Iron deficiency is determined by the ferritin concentration in the blood. Children with ferritin levels of less than 12 ug/dL and haemoglobin levels of greater than or equal to 11g/dL (for children between 6 months and 5 years) or 11.5 g/dL (for children older than 5 years) were considered to be iron deficient. Children with haemoglobin levels of less than 11 g/dL (for children between 6 months and 5 years) or 11.5 g/dL (for children older than 5 years) and ferritin levels of less than 12 ug/dL were regarded as suffering from iron deficiency anaemia. 
The 2005 National Food Consumption Survey3 consisted of a cross-sectional survey of a nationally representative sample of children aged 1 – 9 years in South Africa, using the Census 2001 data. The survey population consisted of all the children aged 1 – 9 years (12 – 108 months) and women of reproductive age living in the same households in South Africa. This initial sample was adapted by means of 25% over-sampling to accommodate for children and women who would not be home at the time of the survey. A total of 226 enumerator areas (EAs) were included in the survey, 107 of which were urban-formal, 23 urban-informal, 15 rural-formal and 81 tribal areas. All qualifying EAs were selected with a known probability. A qualifying household for inclusion in the survey was defined as any household with at least one child aged between 1 – 9 years and at least one woman of reproductive age living in it.
 
Validated questionnaires were administered by trained fieldworkers and a blood and urine sample was taken from the respondents of each household to assess micronutrient status. Samples of tap water and maize were collected from each household and tested for iodine and vitamin A respectively, the latter at the household level. All questionnaires were translated in the country’s official languages for use as appropriate. Quality assurance measures were employed throughout the survey.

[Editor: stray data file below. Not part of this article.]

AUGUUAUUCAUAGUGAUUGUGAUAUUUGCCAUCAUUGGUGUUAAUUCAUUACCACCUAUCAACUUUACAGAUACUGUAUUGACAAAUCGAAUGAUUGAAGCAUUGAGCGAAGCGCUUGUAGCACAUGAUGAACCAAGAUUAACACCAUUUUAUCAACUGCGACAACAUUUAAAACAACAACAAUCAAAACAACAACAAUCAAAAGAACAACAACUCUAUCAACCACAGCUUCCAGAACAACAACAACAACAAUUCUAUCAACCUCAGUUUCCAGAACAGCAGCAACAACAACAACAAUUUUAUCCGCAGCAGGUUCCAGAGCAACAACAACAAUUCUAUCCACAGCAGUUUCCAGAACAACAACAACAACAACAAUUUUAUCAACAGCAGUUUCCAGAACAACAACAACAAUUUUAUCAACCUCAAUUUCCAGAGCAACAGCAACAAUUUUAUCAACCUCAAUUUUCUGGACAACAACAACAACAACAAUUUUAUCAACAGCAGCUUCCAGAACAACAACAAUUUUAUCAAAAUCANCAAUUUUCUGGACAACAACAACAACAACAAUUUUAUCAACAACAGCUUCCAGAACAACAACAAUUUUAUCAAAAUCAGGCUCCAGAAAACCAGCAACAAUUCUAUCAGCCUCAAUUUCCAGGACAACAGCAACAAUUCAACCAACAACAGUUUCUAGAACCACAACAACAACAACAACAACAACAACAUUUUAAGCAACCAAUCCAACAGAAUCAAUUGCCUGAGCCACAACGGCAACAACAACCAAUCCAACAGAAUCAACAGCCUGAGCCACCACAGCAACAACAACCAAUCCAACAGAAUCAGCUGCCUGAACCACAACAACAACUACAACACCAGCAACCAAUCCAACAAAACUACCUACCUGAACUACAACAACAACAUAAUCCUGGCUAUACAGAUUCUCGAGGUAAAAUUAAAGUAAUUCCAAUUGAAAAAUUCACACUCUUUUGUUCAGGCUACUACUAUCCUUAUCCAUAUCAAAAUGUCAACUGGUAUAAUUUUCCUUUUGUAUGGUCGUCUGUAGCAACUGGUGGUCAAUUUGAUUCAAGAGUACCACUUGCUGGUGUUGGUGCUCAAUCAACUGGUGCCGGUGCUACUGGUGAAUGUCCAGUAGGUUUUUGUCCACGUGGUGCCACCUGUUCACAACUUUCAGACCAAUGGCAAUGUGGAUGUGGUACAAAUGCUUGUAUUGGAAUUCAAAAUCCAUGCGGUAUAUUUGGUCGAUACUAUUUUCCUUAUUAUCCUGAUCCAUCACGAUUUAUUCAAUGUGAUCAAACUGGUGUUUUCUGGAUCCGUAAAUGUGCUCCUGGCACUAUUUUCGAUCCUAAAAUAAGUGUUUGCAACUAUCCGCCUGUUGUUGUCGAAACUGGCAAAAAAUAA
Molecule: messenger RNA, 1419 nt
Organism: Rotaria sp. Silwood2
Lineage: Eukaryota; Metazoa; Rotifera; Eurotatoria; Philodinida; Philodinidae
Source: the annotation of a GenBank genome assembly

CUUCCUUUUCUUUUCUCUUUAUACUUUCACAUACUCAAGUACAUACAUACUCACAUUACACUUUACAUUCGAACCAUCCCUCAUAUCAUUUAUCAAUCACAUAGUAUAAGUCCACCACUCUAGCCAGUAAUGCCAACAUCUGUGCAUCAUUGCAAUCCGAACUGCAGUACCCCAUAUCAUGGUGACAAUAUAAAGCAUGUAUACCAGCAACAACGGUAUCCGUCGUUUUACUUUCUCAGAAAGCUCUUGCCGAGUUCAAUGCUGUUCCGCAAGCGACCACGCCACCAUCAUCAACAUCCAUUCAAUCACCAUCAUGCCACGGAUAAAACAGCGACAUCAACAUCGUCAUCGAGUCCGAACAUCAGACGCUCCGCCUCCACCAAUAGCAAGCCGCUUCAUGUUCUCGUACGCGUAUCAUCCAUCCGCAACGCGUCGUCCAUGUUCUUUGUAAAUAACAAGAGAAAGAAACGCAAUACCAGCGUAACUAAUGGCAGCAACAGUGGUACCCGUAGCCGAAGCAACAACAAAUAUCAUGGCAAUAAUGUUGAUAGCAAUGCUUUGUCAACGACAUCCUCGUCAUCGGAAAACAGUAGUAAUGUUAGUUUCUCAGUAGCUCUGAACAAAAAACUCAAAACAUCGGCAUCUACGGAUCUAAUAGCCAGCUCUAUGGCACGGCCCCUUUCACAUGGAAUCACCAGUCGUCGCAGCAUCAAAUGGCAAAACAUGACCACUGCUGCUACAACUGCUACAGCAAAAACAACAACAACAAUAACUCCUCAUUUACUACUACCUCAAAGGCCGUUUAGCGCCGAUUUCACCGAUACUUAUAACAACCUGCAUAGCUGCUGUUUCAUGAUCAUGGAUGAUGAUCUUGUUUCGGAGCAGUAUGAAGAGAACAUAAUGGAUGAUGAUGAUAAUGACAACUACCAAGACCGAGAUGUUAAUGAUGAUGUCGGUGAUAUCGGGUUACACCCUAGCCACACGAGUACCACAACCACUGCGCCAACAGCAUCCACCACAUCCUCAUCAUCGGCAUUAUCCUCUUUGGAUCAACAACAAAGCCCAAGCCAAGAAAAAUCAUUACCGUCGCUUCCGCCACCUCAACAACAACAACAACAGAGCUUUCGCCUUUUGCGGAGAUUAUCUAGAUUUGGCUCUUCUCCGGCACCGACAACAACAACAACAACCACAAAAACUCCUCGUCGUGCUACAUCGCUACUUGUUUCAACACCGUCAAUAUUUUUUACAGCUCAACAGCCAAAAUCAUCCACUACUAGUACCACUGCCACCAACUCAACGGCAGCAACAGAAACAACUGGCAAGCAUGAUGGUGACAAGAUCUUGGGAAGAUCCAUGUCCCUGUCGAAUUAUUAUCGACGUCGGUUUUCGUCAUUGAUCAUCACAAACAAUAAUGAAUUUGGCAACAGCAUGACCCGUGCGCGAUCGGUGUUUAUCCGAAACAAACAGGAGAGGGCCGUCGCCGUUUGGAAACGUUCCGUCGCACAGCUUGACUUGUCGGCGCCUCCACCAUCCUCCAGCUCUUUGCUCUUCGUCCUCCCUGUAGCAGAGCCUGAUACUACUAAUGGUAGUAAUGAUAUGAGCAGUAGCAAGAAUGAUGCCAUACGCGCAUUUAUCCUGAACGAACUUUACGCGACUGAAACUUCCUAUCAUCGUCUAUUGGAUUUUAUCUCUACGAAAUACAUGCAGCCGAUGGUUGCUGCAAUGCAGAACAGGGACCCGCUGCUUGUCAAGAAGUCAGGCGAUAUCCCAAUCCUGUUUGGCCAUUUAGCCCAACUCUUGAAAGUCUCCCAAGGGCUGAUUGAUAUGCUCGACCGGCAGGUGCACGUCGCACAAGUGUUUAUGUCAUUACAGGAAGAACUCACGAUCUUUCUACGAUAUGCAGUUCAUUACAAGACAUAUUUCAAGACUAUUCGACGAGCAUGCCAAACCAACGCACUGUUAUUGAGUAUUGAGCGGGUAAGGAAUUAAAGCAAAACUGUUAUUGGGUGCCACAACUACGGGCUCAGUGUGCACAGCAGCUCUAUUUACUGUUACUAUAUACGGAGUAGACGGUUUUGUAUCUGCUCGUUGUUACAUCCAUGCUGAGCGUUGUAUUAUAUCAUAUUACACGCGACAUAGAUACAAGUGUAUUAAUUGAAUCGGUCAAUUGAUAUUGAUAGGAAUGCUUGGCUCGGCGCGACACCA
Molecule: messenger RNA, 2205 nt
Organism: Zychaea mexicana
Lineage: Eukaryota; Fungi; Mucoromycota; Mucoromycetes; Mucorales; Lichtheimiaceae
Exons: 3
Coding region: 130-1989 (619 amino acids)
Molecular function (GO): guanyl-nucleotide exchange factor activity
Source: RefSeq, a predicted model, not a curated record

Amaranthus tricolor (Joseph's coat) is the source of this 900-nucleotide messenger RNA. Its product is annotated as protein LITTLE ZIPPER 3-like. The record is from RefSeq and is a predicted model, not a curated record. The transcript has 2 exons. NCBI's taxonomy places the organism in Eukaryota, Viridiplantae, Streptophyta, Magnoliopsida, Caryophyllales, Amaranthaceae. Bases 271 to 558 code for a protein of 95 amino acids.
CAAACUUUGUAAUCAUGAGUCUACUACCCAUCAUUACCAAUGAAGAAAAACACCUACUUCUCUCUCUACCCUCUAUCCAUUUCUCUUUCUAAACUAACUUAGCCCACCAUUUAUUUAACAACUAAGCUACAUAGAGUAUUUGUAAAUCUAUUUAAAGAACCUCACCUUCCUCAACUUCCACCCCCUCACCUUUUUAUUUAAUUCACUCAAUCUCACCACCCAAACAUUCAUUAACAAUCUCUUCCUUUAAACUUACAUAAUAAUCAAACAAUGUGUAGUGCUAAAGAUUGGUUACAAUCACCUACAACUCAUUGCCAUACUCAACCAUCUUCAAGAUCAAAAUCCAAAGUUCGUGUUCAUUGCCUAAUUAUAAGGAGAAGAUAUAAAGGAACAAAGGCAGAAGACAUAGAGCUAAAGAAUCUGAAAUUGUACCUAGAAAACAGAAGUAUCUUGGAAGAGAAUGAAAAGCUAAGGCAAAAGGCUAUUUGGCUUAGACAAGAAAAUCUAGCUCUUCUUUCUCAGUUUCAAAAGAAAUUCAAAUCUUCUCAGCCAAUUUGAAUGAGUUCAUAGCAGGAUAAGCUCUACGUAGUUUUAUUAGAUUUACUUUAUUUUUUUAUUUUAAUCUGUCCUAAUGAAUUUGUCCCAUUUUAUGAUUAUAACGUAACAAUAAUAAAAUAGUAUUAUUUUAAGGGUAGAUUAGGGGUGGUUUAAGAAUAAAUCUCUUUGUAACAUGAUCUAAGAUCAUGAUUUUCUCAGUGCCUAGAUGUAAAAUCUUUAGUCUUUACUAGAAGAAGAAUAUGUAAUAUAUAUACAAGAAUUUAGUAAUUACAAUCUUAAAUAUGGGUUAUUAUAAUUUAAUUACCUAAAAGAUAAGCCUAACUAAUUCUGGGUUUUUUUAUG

1 Schrimshaw NS (1991) Iron deficiency. Scientific American, October 1991. 
2 Swart R, Sanders D & McLachlan M (2008) Nutrition: A primary health care perspective. In: Barron P & Roma-Reardon J (eds) South African Health Review 2008. Durban: Health Systems Trust.
3 Labadarios D (ed) (2007) The National Food Consumption Survey – Fortification Baseline (NFCS-FB): The knowledge, attitude, behaviour and procurement regarding fortified foods, a measure of hunger and the anthropometric and selected micronutrient status of children aged 1 – 9 years and women of child bearing age: South Africa, 2005. Pretoria: Department of Health, Nutrition Directorate. 
 
 
RELATED LINKS
 
The Social and Economic Impact of South Africa's Social Security System 
Samson M, Lee U, Ndlebe A, Mac Quene K, van Niekerk I, Gandhi V, Tomoko, H & Abrahams C 2004 
Economic Policy Research Institute (www.epri.org.za/rp37.htm)
 
Food for Thought: A review of the National School Nutrition Programme 
Kallman K 2005
In: Leatt A & Rosa S (eds) Towards a Means to Live: Targeted poverty alleviation to make children’s rights real. Children’s Institute, University of Cape Town [CD-ROM]
 
South African HealthInfo™ network
Medical Research Council